a (Error array quantizing): The prediction error estimation yields a sparse matrix performing error array. This data must is now quantized (converted to digital information). The following sub-steps enable one to effectively compact the representation of error values and considerably improve the compression quality of the error array.

b (MERGE COMPACT): After quantizing the error array is still large due to the fact that its dimensions do not change. Additionally, there are a lot of zero elements and uniform values in the error array. The MERGE COMPACT method allows the error data to be compacted to ¼ of its original size.

Referring to FIG. 4,The error array is split into 4×4 element blocks. The number of blocks may vary, based on the size of the error array. Each block is then processed, so that only one element is left. That element is written to the new array. Thus the new array will be ¼ of the size of the error array before the execution of the MERGE COMPACT method. The conditions for choosing an element from the block are illustrated in FIG. 4, and shown below. These conditions are checked sequentially, i.e. check 1, then 2, and so on.

The input and output data for the MERGE COMPACT method is shown in the tables below:

Input Data:

E Input array
H Array height
W Array width
G Block of four elements from E array
g G block element
Ecompact New array of error data

Output data:

Q Ecompact element

The MERGE COMPACT method is executed according to the following steps:

    • Step 1. E is split into 44 element blocks.
    • Step 2. Select G block from E array.
    • Step 3. For every G check the following conditions:
      • Step 3.1. If g0=g1=g2=g3, write that element to the Ecompact array, otherwise, go to the next step.
      • Step 3.2. If gi>0, i= 0,3, write gmin to the Ecompact array, otherwise, go to the next step.
      • Step 3.3. If gi<0, i= 0,3, write gmin in absolute value (i.e. gmax) to the Ecompact array, otherwise, go to the next step.
      • Step 3.4. If gi<0 and gi >0, or gi=0, i=0,3 then write 0 to the Ecompact array.
      • c. (NEW MERGE COMPACT): The MERGE COMPACT method reduces the size of the error array, but there is a loss of data inherent in that method. The NEW MERGE COMPACT method allows the size of the error array to be further decreased while controlling the data loss due to the choice of the k parameter (described below). Referring to FIG. 5, this involves splitting the error array obtained after executing the MERGE COMPACT method into 44 blocks. One element is then chosen from every block and written to a new array.

The input, output, and local data for the NEW MERGE COMPACT method is shown in the tables below:

Input Data:

Ecompact Input array
Hcompact Array height
Wcompact Array width
Qcompact Block containing four elements from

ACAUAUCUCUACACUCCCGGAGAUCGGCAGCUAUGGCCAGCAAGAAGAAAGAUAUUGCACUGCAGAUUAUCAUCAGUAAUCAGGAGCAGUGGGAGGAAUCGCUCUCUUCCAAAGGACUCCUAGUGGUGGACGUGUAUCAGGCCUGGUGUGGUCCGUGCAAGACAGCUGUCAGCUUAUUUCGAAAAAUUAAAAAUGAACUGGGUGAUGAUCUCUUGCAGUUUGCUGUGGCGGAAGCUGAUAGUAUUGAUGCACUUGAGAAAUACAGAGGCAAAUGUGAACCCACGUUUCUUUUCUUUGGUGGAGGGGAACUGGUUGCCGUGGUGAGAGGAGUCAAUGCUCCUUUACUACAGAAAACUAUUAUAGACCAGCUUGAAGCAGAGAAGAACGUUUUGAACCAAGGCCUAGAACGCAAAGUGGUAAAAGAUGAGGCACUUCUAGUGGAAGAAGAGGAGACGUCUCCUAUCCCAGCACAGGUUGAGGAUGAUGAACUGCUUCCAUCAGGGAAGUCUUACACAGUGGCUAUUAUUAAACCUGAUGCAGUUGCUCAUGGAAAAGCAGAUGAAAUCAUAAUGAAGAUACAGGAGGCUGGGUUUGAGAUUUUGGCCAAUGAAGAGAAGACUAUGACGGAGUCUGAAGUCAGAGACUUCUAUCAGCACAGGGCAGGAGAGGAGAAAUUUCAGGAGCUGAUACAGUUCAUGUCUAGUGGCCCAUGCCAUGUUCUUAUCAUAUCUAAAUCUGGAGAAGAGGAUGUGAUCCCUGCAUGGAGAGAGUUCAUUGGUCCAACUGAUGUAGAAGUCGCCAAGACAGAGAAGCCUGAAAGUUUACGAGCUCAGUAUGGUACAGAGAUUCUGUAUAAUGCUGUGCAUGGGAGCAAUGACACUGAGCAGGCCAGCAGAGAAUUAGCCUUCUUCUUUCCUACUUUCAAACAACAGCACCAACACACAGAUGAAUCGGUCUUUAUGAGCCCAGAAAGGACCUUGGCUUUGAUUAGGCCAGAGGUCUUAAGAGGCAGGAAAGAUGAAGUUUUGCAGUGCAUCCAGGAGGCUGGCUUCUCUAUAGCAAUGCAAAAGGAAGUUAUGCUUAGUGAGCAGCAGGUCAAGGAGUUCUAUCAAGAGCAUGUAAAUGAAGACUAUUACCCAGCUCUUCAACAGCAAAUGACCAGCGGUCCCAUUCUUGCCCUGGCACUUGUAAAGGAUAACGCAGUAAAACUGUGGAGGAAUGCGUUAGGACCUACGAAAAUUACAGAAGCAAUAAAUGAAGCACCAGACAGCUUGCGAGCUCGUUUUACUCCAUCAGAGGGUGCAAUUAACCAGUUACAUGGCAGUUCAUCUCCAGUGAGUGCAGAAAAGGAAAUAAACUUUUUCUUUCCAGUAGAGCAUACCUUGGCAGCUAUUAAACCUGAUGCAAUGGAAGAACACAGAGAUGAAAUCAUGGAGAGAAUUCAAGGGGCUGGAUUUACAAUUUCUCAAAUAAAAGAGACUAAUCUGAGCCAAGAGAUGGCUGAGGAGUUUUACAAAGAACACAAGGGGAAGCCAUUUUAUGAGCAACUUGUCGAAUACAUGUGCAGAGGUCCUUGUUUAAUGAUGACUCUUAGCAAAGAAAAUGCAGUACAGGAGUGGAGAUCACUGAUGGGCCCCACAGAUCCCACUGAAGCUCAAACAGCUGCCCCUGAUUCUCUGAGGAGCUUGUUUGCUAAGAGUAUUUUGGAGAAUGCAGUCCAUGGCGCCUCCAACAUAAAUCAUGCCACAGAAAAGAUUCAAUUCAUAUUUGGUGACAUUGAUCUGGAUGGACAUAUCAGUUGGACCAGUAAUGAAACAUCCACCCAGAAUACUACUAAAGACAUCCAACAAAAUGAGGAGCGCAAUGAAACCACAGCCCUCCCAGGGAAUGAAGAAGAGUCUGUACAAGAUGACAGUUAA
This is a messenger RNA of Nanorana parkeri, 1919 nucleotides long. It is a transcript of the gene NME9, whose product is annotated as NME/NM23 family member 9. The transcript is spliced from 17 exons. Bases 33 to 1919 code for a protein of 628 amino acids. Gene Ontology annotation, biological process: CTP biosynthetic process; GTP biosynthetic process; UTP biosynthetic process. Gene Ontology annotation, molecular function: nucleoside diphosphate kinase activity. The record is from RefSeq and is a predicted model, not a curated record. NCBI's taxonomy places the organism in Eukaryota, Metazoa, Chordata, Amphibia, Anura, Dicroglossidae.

Ecompact array
q Qcompact element
Ecompact new New array of error data

Output Data:

qnew Ecompact new element
M Array for bit mask type writing

Local Data:

k Added value

An important aspect of this method is the creation of another array (M) for bit mask number storage. The bit mask number corresponds to the number of elements in the Qcompact block from the initial Ecompact array (i.e., if there are 14 combinations of elements in Qcompact block there would be 14 bit masks). During decoding, the bit mask number is read from the M array and elements are restored according to that number. Before choosing bit masks, every block is processed. As illustrated in FIG. 6, and shown below, the conditions for processing the blocks are checked sequentially, i.e. check 1, then 2, and so on.

The NEW MERGE COMPACT method is executed according to the following steps:

    • Step 1. The Ecompact array is split into 44 element blocks.
    • Step 2. Select Qcompact block from Ecompact array.
    • Step 3. For every Qcompact check the following conditions:
      • Step 3.1. If q0=q1=q2=q3, write that element to Ecompact array. There's nothing to write to M array. Otherwise go to the next step.
      • Step 3.2. If qi>0, i= 0,3, write qmin to Ecompact array so qnew=qmin, otherwise go to the next step.
      • Step 3.3. if qi<0, i= 0,3, write qmin in absolute value (i.e. qmax) to Ecompact array so qnew=qmax, otherwise go to Step 4.
    • Step 4. Due to the existence of either positive or negative elements in the Ecompact array (step 3.3 above), proceed with the following steps:
      • Step 4.1. Calculate the power of positive and negative elements:

S + = i = 0 3 q i , q i > 0. S - = i = 0 3 | q i | , q i < 0.

      • Step 4.2. Compare S+ and S:
        • If S+>S, qi<0 are set to zero.
        • If S+<S, qi>0 are set to zero.
      • Step 4.3.Choose the element combination number (Ym) according to the allocation of the in the block. Element combination is performed with a bit mask; if an element is not a zero, the corresponding bit is set to 1.
        Bit masks are shown in the table below:

Number of
Qcompact combination
block elements (Ym,
q0 q1 q2 q3 m = 1, 14)
0 0 0 1 1
0 0 1 0 2
0 0 1 1 3
0 1 0 0 4
0 1 0 1 5
0 1 1 0 6
0 1 1 1 7
1 0 0 0 8
1 0 0 1 9
1 0 1 0 10
1 0 1 1 11
1 1 0 0 12
1 1 0 1 13
1 1 1 0 14

      • Step 4.4. Choose the element to write to Ecompact new array.
        • If qi>0, choose the minimal qi.
        • If qi<0, choose the minimal qi in absolute value.